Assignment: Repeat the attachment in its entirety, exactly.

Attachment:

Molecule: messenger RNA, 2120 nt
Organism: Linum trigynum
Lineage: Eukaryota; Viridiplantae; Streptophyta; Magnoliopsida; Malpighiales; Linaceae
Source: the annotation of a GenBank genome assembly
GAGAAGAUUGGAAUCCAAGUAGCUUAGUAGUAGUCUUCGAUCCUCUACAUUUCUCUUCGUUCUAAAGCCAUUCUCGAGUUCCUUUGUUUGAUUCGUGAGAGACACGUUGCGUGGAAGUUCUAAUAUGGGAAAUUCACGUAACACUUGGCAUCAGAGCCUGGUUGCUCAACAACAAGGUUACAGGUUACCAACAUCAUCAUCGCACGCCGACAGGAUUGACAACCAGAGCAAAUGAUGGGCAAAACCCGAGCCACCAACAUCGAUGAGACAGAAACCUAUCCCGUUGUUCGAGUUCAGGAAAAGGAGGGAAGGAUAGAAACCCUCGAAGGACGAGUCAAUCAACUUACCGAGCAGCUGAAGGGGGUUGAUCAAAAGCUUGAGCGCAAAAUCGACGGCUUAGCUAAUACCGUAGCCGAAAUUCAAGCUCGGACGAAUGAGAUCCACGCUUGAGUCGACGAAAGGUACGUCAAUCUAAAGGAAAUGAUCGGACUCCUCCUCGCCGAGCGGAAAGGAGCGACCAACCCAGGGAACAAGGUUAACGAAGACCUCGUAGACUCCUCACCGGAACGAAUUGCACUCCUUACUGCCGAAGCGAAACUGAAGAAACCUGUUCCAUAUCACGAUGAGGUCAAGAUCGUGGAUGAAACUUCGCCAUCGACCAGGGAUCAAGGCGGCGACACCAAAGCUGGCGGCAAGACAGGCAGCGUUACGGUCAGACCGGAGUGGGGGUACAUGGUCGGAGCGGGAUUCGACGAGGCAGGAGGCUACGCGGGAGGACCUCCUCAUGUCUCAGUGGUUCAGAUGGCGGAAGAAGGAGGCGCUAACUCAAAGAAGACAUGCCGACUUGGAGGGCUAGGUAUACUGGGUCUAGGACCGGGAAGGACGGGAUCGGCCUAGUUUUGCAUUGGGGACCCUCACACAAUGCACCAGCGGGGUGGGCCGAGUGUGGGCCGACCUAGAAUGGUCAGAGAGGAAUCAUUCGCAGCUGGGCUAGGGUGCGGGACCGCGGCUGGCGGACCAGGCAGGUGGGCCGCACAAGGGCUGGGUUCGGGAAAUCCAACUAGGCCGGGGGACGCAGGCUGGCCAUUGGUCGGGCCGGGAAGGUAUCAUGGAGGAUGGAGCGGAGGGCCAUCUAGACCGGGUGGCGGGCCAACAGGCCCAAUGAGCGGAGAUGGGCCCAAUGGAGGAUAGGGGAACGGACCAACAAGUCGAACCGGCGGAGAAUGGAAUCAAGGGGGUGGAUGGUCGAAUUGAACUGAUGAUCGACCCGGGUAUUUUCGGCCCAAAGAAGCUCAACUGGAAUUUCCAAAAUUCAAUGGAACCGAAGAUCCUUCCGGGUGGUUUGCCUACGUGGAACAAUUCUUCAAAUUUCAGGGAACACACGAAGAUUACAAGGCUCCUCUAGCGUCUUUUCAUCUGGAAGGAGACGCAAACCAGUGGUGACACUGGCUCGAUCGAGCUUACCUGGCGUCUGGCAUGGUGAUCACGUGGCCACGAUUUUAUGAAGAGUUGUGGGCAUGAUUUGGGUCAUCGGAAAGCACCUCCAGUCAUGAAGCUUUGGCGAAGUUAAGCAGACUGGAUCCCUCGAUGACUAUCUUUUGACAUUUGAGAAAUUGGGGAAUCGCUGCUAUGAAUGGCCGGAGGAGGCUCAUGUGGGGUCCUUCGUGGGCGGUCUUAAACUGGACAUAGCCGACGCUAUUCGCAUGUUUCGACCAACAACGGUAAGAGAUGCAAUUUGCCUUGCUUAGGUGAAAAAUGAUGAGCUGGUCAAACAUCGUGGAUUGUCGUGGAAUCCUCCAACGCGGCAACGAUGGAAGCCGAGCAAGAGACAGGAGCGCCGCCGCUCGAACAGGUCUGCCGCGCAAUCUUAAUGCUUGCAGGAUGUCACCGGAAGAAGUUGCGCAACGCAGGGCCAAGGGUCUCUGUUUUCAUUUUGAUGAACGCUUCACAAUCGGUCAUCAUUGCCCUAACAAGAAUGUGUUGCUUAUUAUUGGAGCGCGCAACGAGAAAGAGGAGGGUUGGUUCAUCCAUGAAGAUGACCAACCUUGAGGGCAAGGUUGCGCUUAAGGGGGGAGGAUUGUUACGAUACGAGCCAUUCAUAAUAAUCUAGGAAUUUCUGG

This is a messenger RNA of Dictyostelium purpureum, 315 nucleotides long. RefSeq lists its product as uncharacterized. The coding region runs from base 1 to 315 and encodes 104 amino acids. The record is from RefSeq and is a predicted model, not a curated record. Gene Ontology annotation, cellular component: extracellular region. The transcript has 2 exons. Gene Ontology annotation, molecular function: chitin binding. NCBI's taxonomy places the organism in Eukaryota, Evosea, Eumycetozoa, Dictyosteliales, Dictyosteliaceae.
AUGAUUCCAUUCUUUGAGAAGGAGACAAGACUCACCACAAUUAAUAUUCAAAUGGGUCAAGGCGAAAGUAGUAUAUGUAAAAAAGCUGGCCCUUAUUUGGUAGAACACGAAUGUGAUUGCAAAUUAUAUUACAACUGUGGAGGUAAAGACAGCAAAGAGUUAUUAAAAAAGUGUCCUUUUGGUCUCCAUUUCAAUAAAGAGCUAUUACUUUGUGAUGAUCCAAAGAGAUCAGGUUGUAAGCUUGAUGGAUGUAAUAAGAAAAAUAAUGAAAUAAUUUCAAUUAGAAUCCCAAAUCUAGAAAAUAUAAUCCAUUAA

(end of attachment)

Molecule: messenger RNA, 2120 nt
Organism: Linum trigynum
Lineage: Eukaryota; Viridiplantae; Streptophyta; Magnoliopsida; Malpighiales; Linaceae
Source: the annotation of a GenBank genome assembly
GAGAAGAUUGGAAUCCAAGUAGCUUAGUAGUAGUCUUCGAUCCUCUACAUUUCUCUUCGUUCUAAAGCCAUUCUCGAGUUCCUUUGUUUGAUUCGUGAGAGACACGUUGCGUGGAAGUUCUAAUAUGGGAAAUUCACGUAACACUUGGCAUCAGAGCCUGGUUGCUCAACAACAAGGUUACAGGUUACCAACAUCAUCAUCGCACGCCGACAGGAUUGACAACCAGAGCAAAUGAUGGGCAAAACCCGAGCCACCAACAUCGAUGAGACAGAAACCUAUCCCGUUGUUCGAGUUCAGGAAAAGGAGGGAAGGAUAGAAACCCUCGAAGGACGAGUCAAUCAACUUACCGAGCAGCUGAAGGGGGUUGAUCAAAAGCUUGAGCGCAAAAUCGACGGCUUAGCUAAUACCGUAGCCGAAAUUCAAGCUCGGACGAAUGAGAUCCACGCUUGAGUCGACGAAAGGUACGUCAAUCUAAAGGAAAUGAUCGGACUCCUCCUCGCCGAGCGGAAAGGAGCGACCAACCCAGGGAACAAGGUUAACGAAGACCUCGUAGACUCCUCACCGGAACGAAUUGCACUCCUUACUGCCGAAGCGAAACUGAAGAAACCUGUUCCAUAUCACGAUGAGGUCAAGAUCGUGGAUGAAACUUCGCCAUCGACCAGGGAUCAAGGCGGCGACACCAAAGCUGGCGGCAAGACAGGCAGCGUUACGGUCAGACCGGAGUGGGGGUACAUGGUCGGAGCGGGAUUCGACGAGGCAGGAGGCUACGCGGGAGGACCUCCUCAUGUCUCAGUGGUUCAGAUGGCGGAAGAAGGAGGCGCUAACUCAAAGAAGACAUGCCGACUUGGAGGGCUAGGUAUACUGGGUCUAGGACCGGGAAGGACGGGAUCGGCCUAGUUUUGCAUUGGGGACCCUCACACAAUGCACCAGCGGGGUGGGCCGAGUGUGGGCCGACCUAGAAUGGUCAGAGAGGAAUCAUUCGCAGCUGGGCUAGGGUGCGGGACCGCGGCUGGCGGACCAGGCAGGUGGGCCGCACAAGGGCUGGGUUCGGGAAAUCCAACUAGGCCGGGGGACGCAGGCUGGCCAUUGGUCGGGCCGGGAAGGUAUCAUGGAGGAUGGAGCGGAGGGCCAUCUAGACCGGGUGGCGGGCCAACAGGCCCAAUGAGCGGAGAUGGGCCCAAUGGAGGAUAGGGGAACGGACCAACAAGUCGAACCGGCGGAGAAUGGAAUCAAGGGGGUGGAUGGUCGAAUUGAACUGAUGAUCGACCCGGGUAUUUUCGGCCCAAAGAAGCUCAACUGGAAUUUCCAAAAUUCAAUGGAACCGAAGAUCCUUCCGGGUGGUUUGCCUACGUGGAACAAUUCUUCAAAUUUCAGGGAACACACGAAGAUUACAAGGCUCCUCUAGCGUCUUUUCAUCUGGAAGGAGACGCAAACCAGUGGUGACACUGGCUCGAUCGAGCUUACCUGGCGUCUGGCAUGGUGAUCACGUGGCCACGAUUUUAUGAAGAGUUGUGGGCAUGAUUUGGGUCAUCGGAAAGCACCUCCAGUCAUGAAGCUUUGGCGAAGUUAAGCAGACUGGAUCCCUCGAUGACUAUCUUUUGACAUUUGAGAAAUUGGGGAAUCGCUGCUAUGAAUGGCCGGAGGAGGCUCAUGUGGGGUCCUUCGUGGGCGGUCUUAAACUGGACAUAGCCGACGCUAUUCGCAUGUUUCGACCAACAACGGUAAGAGAUGCAAUUUGCCUUGCUUAGGUGAAAAAUGAUGAGCUGGUCAAACAUCGUGGAUUGUCGUGGAAUCCUCCAACGCGGCAACGAUGGAAGCCGAGCAAGAGACAGGAGCGCCGCCGCUCGAACAGGUCUGCCGCGCAAUCUUAAUGCUUGCAGGAUGUCACCGGAAGAAGUUGCGCAACGCAGGGCCAAGGGUCUCUGUUUUCAUUUUGAUGAACGCUUCACAAUCGGUCAUCAUUGCCCUAACAAGAAUGUGUUGCUUAUUAUUGGAGCGCGCAACGAGAAAGAGGAGGGUUGGUUCAUCCAUGAAGAUGACCAACCUUGAGGGCAAGGUUGCGCUUAAGGGGGGAGGAUUGUUACGAUACGAGCCAUUCAUAAUAAUCUAGGAAUUUCUGG

This is a messenger RNA of Dictyostelium purpureum, 315 nucleotides long. RefSeq lists its product as uncharacterized. The coding region runs from base 1 to 315 and encodes 104 amino acids. The record is from RefSeq and is a predicted model, not a curated record. Gene Ontology annotation, cellular component: extracellular region. The transcript has 2 exons. Gene Ontology annotation, molecular function: chitin binding. NCBI's taxonomy places the organism in Eukaryota, Evosea, Eumycetozoa, Dictyosteliales, Dictyosteliaceae.
AUGAUUCCAUUCUUUGAGAAGGAGACAAGACUCACCACAAUUAAUAUUCAAAUGGGUCAAGGCGAAAGUAGUAUAUGUAAAAAAGCUGGCCCUUAUUUGGUAGAACACGAAUGUGAUUGCAAAUUAUAUUACAACUGUGGAGGUAAAGACAGCAAAGAGUUAUUAAAAAAGUGUCCUUUUGGUCUCCAUUUCAAUAAAGAGCUAUUACUUUGUGAUGAUCCAAAGAGAUCAGGUUGUAAGCUUGAUGGAUGUAAUAAGAAAAAUAAUGAAAUAAUUUCAAUUAGAAUCCCAAAUCUAGAAAAUAUAAUCCAUUAA